Researchers from Argonne National Laboratory and The University of Chicago’s Brain Tumor Center have developed a technique that binds antibodies to titanium dioxide particles for guidance toward tumor sites. Once on target, the particles are activated by light to release free radicals that supposedly interfere with the mitochondria of cancer cells and kill them.
Titanium dioxide is a versatile photoreactive nanomaterial that can be bonded with biomolecules. When linked to an antibody, nanoparticles recognize and bind specifically to cancer cells. Focused visible light is shined onto the affected region, and the localized titanium dioxide reacts to the light by creating free oxygen radicals that interact with the mitochondria in the cancer cells. Mitochondria act as cellular energy plants, and when free radicals interfere with their biochemical pathways, mitochondria receive a signal to start cell death.
X-ray fluorescence microscopy done at Argonne’s Advanced Photon Source also showed that the tumors’ invadopodia, actin-rich micron scale protrusions that allow the cancer to invade surrounding healthy cells, can be also attacked by the titanium dioxide.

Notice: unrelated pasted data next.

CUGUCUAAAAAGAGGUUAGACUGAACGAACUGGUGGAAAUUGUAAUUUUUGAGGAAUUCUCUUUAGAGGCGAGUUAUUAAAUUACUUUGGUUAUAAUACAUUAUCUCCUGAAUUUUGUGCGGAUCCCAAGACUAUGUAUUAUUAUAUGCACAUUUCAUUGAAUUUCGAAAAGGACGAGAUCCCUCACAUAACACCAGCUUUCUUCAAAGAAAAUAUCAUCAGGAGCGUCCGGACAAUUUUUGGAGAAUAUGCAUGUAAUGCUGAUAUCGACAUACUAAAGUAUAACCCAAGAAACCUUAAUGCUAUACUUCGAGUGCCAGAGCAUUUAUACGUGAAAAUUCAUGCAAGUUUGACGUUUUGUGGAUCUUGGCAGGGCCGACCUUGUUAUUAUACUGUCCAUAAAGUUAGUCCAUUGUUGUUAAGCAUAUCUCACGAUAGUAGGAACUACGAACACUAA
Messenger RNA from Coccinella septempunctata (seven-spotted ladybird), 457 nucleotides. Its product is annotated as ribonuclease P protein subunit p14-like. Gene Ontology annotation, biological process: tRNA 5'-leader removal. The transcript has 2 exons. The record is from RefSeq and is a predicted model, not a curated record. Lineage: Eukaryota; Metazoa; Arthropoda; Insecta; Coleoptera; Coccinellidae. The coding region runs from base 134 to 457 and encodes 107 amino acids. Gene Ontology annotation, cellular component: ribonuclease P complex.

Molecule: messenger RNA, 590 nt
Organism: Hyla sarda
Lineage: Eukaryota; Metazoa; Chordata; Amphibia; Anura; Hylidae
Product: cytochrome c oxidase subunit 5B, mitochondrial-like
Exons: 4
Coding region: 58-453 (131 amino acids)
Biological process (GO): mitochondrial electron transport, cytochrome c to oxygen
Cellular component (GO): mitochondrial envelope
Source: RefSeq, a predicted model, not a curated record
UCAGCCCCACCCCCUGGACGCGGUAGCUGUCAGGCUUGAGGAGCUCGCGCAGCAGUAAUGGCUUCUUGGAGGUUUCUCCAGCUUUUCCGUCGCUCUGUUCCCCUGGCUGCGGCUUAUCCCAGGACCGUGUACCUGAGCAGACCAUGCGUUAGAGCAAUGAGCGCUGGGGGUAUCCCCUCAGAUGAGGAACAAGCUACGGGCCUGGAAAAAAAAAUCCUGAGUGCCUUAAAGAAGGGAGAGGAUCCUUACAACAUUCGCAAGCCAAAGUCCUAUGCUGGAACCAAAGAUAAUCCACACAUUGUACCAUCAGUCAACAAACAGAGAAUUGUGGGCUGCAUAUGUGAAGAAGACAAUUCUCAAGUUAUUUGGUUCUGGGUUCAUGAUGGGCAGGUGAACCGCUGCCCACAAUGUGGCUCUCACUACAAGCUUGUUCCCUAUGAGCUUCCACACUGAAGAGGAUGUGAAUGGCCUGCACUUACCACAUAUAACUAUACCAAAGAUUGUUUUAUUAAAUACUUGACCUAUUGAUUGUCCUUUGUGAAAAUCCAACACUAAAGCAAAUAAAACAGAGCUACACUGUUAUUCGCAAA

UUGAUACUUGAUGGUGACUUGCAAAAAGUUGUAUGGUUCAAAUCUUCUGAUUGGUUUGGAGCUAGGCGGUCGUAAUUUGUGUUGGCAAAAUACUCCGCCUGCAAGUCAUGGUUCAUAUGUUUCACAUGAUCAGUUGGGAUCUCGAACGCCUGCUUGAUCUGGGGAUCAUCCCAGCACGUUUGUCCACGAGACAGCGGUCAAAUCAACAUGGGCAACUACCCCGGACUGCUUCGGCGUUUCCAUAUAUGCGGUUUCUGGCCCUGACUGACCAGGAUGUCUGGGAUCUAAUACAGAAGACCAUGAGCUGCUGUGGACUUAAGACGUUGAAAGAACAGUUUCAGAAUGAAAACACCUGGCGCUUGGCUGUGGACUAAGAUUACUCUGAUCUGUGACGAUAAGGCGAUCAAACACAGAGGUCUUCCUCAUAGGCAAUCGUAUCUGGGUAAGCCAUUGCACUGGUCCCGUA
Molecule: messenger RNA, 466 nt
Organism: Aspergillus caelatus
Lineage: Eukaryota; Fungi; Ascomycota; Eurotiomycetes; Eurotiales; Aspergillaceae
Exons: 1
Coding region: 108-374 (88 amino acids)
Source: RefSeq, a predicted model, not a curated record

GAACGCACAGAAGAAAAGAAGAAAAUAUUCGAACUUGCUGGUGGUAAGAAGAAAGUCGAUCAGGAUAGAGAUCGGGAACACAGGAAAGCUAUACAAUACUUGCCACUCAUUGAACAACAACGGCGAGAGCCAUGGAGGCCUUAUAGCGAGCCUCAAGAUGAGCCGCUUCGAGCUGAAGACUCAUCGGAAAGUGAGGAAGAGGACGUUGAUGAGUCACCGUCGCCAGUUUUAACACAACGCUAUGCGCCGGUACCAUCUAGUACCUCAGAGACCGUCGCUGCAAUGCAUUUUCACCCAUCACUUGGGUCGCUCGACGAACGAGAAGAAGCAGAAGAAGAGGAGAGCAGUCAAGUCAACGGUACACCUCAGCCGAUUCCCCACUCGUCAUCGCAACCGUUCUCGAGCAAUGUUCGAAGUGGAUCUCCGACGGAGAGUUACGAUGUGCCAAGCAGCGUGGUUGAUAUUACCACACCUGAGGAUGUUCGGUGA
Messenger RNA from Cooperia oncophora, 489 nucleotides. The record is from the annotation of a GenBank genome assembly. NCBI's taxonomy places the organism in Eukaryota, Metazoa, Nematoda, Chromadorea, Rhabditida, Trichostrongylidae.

So far, tests have been done only on cells in a laboratory setting, but animal testing is planned for the next phase. Results show an almost 100 percent cancer cell toxicity rate after six hours of illumination and 80 percent after 48 hours following 5 minutes’ exposure to focused light.
Also, since the antibody only targets the cancer cells, surrounding healthy cells are not affected—unlike other cancer treatments such as chemotherapy and radiotherapy.
Full story: Argonne, University of Chicago scientists develop targeted cancer treatment using nanomaterials …
Abstract in Nano Letters: A High-Performance Nanobio Photocatalyst for Targeted Brain Cancer Therapy
Image: X-ray fluorescent imaging of the TiO2-mAb binding to the single brain cancer cells.